API Testing with Python Mechanize

This is the third part in our series on API testing. Rather than focus on traditional approaches to API testing, we have decided to arm you with tools that let you interact with the API at different levels of abstractions. In part I we showed you how to inspect the API calls of any web application. In part II, we gave examples of UI tools that could help you interact and mimic the API calls. In this third part, we will show you how you can use a higher level scripting language to interact with the API and write scripts that are repeatable and robust.

For this tutorial, we have chosen to use the Python module Mechanize. We use these API test scripts in a couple different ways. One, to test the API themselves. Two, to quickly setup complex test scenarios. Using scripts that work off the API to setup test scenarios is more robust and much faster than using GUI automation.


Why Mechanize?

We love Python. So naturally this tutorial uses Python. There are plenty of good Python modules to use for API tests. For simple tasks, we love the Requests module which has a very clean and intuitive interface. For this tutorial, we have chosen to use Mechanize. Mechanize emulates the browser and makes it easy to handle authentication, sessions and cookies. It also helps us get past some sticky areas where the application API is not very clean and you need the browser to make requests. Of course, Mechanize comes with some drawbacks – like a lack of support for PUT, DELETE, PATCH HTTP methods. Qxf2 went through the source code and wrote our own ‘Missing Manual‘ that now makes Python Mechanize extremely powerful. We have used Python Mechanize for the past two years now and have found it suitable for our API testing needs.


Overview

In part 1, we used the developer tools to inspect the http requests/responses. We used DropTask as the application under test. DropTask is a free web based task and project management application that offers a visual approach towards managing daily workloads. For this tutorial, we will:
1. Login to DropTask
2. Get the account details
3. Delete an existing task

While this workflow may seem odd/not-realistic to professional testers, we chose these specific steps to keep this blog post at a reasonable length while still illustrating some common ways in which we expect you to use Mechanize when testing your web application. We highly recommend you scan Part I of our tutorial if you have not yet already read it.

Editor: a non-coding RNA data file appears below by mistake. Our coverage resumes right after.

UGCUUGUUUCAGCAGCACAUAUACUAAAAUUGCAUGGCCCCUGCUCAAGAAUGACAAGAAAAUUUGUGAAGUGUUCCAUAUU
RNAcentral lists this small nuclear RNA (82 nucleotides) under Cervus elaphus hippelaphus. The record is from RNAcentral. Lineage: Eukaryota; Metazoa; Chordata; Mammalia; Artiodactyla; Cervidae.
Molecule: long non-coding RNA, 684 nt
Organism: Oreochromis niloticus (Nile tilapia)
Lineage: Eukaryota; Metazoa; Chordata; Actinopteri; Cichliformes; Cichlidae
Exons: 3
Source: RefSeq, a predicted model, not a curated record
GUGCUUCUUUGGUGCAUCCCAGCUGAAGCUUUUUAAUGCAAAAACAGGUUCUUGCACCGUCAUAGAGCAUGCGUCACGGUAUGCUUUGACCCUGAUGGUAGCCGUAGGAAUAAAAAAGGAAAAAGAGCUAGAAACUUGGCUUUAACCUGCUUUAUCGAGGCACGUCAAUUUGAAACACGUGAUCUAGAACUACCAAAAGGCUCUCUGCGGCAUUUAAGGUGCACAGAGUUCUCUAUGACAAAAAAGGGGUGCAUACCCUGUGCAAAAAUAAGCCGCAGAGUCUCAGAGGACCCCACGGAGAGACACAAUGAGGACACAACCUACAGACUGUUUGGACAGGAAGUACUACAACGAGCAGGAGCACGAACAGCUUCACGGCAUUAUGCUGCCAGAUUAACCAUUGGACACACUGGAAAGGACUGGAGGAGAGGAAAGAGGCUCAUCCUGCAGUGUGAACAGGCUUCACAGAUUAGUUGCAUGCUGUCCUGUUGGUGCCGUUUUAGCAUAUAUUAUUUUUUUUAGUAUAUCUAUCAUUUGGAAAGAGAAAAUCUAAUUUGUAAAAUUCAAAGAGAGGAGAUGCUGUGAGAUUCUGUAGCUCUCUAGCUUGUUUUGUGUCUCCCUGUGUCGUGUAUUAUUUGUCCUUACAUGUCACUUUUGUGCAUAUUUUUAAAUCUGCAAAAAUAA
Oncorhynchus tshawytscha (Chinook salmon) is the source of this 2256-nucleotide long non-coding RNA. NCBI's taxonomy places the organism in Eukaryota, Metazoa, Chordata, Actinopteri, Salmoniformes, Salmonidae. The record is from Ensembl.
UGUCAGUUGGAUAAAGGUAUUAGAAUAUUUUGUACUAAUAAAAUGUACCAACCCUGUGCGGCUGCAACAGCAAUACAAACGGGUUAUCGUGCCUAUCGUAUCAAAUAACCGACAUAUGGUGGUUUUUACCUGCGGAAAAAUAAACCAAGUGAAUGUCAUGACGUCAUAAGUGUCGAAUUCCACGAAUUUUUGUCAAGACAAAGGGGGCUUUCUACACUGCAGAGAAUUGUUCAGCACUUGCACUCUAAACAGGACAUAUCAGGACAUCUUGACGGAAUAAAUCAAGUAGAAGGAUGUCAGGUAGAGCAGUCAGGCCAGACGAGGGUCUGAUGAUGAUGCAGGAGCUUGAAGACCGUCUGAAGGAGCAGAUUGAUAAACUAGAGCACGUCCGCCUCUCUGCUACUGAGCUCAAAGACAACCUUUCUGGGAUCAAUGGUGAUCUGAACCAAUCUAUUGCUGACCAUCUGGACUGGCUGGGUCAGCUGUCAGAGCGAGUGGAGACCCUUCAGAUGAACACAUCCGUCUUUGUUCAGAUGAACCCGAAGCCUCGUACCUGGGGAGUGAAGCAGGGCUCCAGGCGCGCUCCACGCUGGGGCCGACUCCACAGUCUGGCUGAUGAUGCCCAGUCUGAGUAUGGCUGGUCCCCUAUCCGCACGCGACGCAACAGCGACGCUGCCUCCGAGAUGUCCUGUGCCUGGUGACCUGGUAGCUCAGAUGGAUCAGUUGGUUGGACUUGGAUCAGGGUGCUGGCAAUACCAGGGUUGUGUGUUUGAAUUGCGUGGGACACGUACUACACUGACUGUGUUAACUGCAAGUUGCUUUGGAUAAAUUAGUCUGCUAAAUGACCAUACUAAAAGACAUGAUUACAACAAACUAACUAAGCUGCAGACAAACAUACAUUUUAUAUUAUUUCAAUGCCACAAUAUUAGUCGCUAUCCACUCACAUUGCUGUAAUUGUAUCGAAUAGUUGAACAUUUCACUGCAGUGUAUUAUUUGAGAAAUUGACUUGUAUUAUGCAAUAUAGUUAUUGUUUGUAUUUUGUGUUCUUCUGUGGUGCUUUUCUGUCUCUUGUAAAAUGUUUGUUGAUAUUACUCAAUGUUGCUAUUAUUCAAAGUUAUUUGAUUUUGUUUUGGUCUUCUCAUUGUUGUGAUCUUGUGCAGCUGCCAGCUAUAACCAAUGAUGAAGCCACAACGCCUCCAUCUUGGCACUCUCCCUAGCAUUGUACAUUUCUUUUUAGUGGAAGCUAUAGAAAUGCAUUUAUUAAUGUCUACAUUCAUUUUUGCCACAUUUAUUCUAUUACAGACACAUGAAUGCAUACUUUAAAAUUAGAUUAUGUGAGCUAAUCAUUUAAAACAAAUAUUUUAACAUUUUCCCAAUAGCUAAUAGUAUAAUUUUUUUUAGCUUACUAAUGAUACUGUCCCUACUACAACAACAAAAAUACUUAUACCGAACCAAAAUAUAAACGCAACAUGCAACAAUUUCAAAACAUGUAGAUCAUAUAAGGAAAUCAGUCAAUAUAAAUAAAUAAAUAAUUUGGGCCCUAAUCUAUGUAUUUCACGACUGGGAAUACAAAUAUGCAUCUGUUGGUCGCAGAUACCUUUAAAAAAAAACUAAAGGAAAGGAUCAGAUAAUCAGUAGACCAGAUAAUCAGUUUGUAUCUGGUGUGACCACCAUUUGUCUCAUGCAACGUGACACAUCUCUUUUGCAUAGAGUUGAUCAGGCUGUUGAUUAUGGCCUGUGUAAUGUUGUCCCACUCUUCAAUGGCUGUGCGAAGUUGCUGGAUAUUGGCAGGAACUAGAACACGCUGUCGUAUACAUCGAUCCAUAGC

Implementation details using Python Mechanize

1. Login to DropTask
Here the browser url is set to DropTask login page. We make a POST request with the encoded parameters (email and password).
content-type login request

def login(self,username,password):
        " Login to Droptask "
        #Setup the login POST request
        my_params={'email':username,'password':password}                
        params_encoded = urllib.urlencode(my_params) //Content-Type = 'application/x-www-form-urlencoded'
        self.browser.method='POST'
        login_response= self.browser.open(self.url,data=params_encoded)
 
        #Verifying that the login was successful.
        #We have chosen to check if we were taken back to the login page or not
        forms = mechanize.ParseResponse(login_response, backwards_compat=False)        
        if (len(forms)!=0) and (forms[0].find_control("password") is not None): #If we were redirected to the login page forms[0].find_control("password") would not be None indicating that Login failed
            self.write("Login failed")
            return False
        else:
            self.write("Login success")
            return True

2. Get the account details
On successful login, we make a GET request with Unix timestamp in the url parameter to get the account details about templates, tasks, users, groups, workspaces etc. This call is an example where imagination and deduction shine through. We looked at the GET call in developer tools and were wondering what the cryptic number was. After trying a few calls in rapid succession and noticing that the number only slightly changed, we were able to guess that it had something to do with a timestamp. The number beginning with ’14’ made us guess its a Unix timestamp. And the guess turned out to be right! Given that DropTask seems to support real-time collaboration (see the calls to pubnub in the screenshots?), it makes sense for the GET request to indicate that it wants the latest account details.